Dark Nights: Batman: Lost #1 review

Batman Lost 1

I’m just going to cut to the chase here: Do you like Scott Snyder? Are you enjoying the Dark Multiverse and prior Metal tie-ins?  Then you will love this as well! So just go out and buy it (in fact you probably already have).

The other truth is that I am not enjoying the Dark Multiverse and the Metal tie-ins, so if you decide to continue reading this review, you do so at your own peril and on the understanding that this book was going to fight an uphill battle to win me over no matter what.

Interestingly enough, it came out of the gate like gangbusters. The opening splash of elderly Bruce in his study is wonderfully warm, cozy, and the introduction of his little granddaughter Janet has a kind of delightful and easy tone about it. I love that here Bruce has retired to become a writer of old tales, just as the veterans of old wars did at the turn of the century did when the nickel weekly and the dime novel were kings of the newstands. These stories eventually gave way to comics, and Snyder slips in that ever-necessary homage to the inspiration that birthed the bat: Zorro!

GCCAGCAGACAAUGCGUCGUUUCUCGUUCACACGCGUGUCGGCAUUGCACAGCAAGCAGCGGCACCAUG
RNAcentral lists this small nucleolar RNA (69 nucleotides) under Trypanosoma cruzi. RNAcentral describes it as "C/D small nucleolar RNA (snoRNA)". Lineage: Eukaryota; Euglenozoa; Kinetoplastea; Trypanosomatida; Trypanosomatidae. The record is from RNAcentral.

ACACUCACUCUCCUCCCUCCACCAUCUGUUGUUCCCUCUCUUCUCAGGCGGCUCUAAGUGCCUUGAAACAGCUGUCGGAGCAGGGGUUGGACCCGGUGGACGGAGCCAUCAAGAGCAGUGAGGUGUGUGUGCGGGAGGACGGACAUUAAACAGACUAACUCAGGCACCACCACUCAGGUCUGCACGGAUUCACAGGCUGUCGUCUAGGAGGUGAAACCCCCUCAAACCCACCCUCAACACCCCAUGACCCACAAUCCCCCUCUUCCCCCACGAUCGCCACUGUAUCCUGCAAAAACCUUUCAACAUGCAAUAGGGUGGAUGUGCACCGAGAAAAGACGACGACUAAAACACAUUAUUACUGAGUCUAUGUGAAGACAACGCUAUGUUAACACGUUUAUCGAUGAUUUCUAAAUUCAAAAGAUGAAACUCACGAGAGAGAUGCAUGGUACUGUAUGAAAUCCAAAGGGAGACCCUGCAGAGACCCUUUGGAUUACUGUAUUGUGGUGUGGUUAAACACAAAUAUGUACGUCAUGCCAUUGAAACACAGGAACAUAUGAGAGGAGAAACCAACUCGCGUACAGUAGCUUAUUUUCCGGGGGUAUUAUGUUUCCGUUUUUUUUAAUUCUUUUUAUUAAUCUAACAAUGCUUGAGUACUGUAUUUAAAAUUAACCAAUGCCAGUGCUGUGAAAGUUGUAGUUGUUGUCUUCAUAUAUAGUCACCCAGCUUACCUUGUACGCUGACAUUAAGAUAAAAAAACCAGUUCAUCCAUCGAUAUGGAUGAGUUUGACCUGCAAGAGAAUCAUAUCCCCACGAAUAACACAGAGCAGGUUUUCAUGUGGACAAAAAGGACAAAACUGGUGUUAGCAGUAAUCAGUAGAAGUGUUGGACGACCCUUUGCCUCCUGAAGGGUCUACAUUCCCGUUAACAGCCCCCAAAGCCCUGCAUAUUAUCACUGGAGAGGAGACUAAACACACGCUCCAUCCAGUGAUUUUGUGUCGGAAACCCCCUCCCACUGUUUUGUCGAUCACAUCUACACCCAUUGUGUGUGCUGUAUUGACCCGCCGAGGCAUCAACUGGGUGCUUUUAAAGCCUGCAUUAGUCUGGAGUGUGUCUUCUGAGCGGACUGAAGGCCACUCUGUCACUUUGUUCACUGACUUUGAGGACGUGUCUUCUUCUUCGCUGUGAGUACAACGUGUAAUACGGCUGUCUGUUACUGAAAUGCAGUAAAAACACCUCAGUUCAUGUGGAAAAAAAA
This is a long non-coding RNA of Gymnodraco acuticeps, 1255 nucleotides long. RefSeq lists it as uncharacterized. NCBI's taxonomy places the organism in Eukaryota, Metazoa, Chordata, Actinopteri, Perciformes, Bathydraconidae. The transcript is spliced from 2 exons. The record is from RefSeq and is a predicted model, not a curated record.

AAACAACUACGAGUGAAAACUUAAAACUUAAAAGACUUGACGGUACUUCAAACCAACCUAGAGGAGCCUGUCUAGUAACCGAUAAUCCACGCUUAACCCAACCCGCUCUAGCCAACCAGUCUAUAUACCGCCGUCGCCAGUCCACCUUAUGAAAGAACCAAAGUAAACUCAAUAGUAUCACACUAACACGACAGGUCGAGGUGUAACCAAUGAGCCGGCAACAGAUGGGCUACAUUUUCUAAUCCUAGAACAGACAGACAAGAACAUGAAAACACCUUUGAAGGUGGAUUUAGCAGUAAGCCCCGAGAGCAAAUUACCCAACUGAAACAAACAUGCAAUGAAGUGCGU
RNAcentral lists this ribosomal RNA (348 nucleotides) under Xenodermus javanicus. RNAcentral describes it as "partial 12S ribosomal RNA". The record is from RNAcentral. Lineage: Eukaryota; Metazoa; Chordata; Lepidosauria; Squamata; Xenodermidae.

But once Bruce starts relating to Janet a tale of old, things rapidly fall apart. Bruce is launched in the the “wonderland” of the Dark Multiverse, falling through time and space from one point in his centuries-spanning life to another to glean small details about his mission and his origins, with particular attention paid to the infamous bat at his study window–the one that inspired him to take on the mantle of Batman.

We start with a potent image, but it quickly spirals right out of control

The problem with a story like this is that the narrative logic and thrust is arbitrary and passive. Bruce just slips through wormhole after wormhole without having any say in the matter. There’s very little attempt to engage the audience in the action because there’s no rhyme or reason to the leaps and Bruce is at the mercy of an unseen force guiding his journey. It’s a little like watching a Rube Goldberg machine play out. It can be tedious or fascinating and the perpetual motion of it gives little time to savor. Also, Rube Goldberg machines don’t really have narratives. And to a certain degree, neither does this.